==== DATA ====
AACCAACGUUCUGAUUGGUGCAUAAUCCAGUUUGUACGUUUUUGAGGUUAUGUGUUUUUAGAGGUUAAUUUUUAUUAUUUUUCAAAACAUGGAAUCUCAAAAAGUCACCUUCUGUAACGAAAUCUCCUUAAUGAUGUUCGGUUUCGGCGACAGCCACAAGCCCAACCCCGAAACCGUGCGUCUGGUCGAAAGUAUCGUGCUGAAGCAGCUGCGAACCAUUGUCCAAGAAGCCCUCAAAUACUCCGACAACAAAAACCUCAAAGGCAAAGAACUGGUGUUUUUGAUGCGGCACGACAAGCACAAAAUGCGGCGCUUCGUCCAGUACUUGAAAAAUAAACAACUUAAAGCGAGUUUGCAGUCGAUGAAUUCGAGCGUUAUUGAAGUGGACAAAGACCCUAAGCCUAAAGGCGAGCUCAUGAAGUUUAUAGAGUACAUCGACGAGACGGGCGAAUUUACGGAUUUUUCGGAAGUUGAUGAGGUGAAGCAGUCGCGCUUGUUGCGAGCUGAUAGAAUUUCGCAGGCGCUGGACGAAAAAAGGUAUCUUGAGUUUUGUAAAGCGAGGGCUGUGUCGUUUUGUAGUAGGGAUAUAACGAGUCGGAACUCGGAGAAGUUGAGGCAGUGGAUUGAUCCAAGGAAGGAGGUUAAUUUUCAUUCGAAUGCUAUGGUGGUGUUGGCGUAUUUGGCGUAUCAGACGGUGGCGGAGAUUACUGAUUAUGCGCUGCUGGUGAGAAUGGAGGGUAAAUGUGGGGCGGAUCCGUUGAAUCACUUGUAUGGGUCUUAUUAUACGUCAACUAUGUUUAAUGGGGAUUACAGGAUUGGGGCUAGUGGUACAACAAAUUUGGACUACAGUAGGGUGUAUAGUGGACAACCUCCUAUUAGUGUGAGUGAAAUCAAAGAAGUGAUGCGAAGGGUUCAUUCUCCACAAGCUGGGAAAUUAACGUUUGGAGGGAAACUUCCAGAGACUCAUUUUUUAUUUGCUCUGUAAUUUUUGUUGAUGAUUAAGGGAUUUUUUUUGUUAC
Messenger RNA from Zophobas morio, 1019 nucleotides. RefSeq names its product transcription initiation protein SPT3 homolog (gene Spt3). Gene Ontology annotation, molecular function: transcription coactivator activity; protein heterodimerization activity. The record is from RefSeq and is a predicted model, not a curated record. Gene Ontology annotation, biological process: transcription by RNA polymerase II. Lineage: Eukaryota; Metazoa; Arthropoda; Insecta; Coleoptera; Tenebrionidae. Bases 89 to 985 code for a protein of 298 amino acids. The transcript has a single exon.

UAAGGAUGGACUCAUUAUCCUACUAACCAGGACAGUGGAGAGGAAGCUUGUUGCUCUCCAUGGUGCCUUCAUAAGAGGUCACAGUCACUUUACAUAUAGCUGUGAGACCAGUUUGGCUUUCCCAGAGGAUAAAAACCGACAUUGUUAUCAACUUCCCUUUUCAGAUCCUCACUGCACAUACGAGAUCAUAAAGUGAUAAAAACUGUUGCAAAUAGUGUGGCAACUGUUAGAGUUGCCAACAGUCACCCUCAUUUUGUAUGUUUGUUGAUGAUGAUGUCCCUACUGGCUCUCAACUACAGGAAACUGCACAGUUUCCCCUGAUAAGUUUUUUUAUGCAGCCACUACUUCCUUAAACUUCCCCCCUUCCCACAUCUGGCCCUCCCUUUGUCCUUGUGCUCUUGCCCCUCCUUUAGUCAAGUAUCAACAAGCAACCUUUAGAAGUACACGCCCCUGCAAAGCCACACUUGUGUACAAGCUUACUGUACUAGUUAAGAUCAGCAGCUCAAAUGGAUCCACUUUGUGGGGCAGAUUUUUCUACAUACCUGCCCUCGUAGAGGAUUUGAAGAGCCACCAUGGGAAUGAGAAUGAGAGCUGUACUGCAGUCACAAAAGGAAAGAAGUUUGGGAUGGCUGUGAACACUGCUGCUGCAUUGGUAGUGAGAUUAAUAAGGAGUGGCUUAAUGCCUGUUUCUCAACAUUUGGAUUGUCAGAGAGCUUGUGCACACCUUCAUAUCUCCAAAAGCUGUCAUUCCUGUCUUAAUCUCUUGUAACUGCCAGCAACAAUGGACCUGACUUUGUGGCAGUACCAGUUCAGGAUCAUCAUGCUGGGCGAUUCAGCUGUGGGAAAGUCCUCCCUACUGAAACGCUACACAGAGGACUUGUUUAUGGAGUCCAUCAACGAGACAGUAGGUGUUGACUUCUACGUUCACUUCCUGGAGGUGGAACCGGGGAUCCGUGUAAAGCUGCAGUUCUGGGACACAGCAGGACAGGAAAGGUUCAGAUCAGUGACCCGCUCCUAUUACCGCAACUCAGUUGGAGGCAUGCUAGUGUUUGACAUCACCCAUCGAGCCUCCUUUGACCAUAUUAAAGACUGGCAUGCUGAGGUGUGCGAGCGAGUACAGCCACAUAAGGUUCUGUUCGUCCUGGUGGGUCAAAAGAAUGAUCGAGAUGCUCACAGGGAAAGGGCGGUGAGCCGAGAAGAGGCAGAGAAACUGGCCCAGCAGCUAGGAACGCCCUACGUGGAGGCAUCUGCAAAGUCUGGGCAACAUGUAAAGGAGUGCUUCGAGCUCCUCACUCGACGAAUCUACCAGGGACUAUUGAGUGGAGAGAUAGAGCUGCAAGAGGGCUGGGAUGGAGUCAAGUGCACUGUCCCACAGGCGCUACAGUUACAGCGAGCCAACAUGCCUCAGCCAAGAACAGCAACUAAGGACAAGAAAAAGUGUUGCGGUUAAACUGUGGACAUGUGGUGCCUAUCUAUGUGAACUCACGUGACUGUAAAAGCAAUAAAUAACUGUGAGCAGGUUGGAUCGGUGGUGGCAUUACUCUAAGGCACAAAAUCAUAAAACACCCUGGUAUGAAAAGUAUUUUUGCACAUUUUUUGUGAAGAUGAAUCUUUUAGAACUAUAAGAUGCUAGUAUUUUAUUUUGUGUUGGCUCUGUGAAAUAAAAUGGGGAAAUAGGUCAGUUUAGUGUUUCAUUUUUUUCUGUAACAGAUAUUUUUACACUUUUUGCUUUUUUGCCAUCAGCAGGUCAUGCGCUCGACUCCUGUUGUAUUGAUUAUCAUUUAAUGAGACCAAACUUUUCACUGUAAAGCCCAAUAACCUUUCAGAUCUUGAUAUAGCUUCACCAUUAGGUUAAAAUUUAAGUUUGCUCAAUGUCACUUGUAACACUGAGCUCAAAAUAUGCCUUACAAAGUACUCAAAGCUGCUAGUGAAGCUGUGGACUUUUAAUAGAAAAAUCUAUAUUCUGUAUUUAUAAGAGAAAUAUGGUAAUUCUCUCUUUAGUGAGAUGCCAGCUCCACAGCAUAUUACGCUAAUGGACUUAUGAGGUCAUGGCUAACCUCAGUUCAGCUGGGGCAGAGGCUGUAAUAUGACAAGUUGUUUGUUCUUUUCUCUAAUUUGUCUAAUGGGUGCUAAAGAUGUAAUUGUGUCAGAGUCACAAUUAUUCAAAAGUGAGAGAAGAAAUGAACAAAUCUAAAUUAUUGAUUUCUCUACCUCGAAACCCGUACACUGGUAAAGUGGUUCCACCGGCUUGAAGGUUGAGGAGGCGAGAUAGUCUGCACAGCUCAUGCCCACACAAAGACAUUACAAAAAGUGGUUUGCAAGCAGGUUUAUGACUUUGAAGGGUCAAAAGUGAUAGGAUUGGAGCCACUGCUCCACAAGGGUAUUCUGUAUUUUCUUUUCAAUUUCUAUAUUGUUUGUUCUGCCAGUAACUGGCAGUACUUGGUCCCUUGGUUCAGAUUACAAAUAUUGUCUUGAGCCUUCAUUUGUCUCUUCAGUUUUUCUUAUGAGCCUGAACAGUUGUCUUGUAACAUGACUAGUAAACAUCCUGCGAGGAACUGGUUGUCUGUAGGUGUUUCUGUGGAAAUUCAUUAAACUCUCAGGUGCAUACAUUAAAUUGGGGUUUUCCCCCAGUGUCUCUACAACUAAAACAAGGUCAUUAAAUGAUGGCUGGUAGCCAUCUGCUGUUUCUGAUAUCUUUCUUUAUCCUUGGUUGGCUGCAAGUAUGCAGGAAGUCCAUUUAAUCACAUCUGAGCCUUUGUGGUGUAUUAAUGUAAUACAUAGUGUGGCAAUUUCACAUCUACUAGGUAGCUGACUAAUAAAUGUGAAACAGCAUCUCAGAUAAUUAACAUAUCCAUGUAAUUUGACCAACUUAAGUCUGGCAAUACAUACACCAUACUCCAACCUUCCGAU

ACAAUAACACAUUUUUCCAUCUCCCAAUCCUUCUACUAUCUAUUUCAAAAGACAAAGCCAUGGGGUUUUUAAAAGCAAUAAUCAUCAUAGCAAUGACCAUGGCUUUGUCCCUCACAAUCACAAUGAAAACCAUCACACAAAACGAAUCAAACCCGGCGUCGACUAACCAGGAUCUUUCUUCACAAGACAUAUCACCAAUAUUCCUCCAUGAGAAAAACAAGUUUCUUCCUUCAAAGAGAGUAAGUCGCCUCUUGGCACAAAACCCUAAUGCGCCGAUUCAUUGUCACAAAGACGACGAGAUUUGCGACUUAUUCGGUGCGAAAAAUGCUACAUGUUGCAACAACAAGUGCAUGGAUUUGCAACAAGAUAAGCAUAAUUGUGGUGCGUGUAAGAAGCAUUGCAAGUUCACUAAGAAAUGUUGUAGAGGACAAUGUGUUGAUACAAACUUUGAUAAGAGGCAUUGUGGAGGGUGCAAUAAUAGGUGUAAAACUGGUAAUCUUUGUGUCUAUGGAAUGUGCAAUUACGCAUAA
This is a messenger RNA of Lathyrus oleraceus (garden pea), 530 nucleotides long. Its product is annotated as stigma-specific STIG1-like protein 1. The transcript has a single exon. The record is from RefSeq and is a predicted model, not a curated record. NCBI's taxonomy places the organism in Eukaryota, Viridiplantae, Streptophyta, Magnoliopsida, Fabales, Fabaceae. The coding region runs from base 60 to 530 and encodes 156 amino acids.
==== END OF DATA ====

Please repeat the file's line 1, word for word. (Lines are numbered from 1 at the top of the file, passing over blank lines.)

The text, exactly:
AACCAACGUUCUGAUUGGUGCAUAAUCCAGUUUGUACGUUUUUGAGGUUAUGUGUUUUUAGAGGUUAAUUUUUAUUAUUUUUCAAAACAUGGAAUCUCAAAAAGUCACCUUCUGUAACGAAAUCUCCUUAAUGAUGUUCGGUUUCGGCGACAGCCACAAGCCCAACCCCGAAACCGUGCGUCUGGUCGAAAGUAUCGUGCUGAAGCAGCUGCGAACCAUUGUCCAAGAAGCCCUCAAAUACUCCGACAACAAAAACCUCAAAGGCAAAGAACUGGUGUUUUUGAUGCGGCACGACAAGCACAAAAUGCGGCGCUUCGUCCAGUACUUGAAAAAUAAACAACUUAAAGCGAGUUUGCAGUCGAUGAAUUCGAGCGUUAUUGAAGUGGACAAAGACCCUAAGCCUAAAGGCGAGCUCAUGAAGUUUAUAGAGUACAUCGACGAGACGGGCGAAUUUACGGAUUUUUCGGAAGUUGAUGAGGUGAAGCAGUCGCGCUUGUUGCGAGCUGAUAGAAUUUCGCAGGCGCUGGACGAAAAAAGGUAUCUUGAGUUUUGUAAAGCGAGGGCUGUGUCGUUUUGUAGUAGGGAUAUAACGAGUCGGAACUCGGAGAAGUUGAGGCAGUGGAUUGAUCCAAGGAAGGAGGUUAAUUUUCAUUCGAAUGCUAUGGUGGUGUUGGCGUAUUUGGCGUAUCAGACGGUGGCGGAGAUUACUGAUUAUGCGCUGCUGGUGAGAAUGGAGGGUAAAUGUGGGGCGGAUCCGUUGAAUCACUUGUAUGGGUCUUAUUAUACGUCAACUAUGUUUAAUGGGGAUUACAGGAUUGGGGCUAGUGGUACAACAAAUUUGGACUACAGUAGGGUGUAUAGUGGACAACCUCCUAUUAGUGUGAGUGAAAUCAAAGAAGUGAUGCGAAGGGUUCAUUCUCCACAAGCUGGGAAAUUAACGUUUGGAGGGAAACUUCCAGAGACUCAUUUUUUAUUUGCUCUGUAAUUUUUGUUGAUGAUUAAGGGAUUUUUUUUGUUAC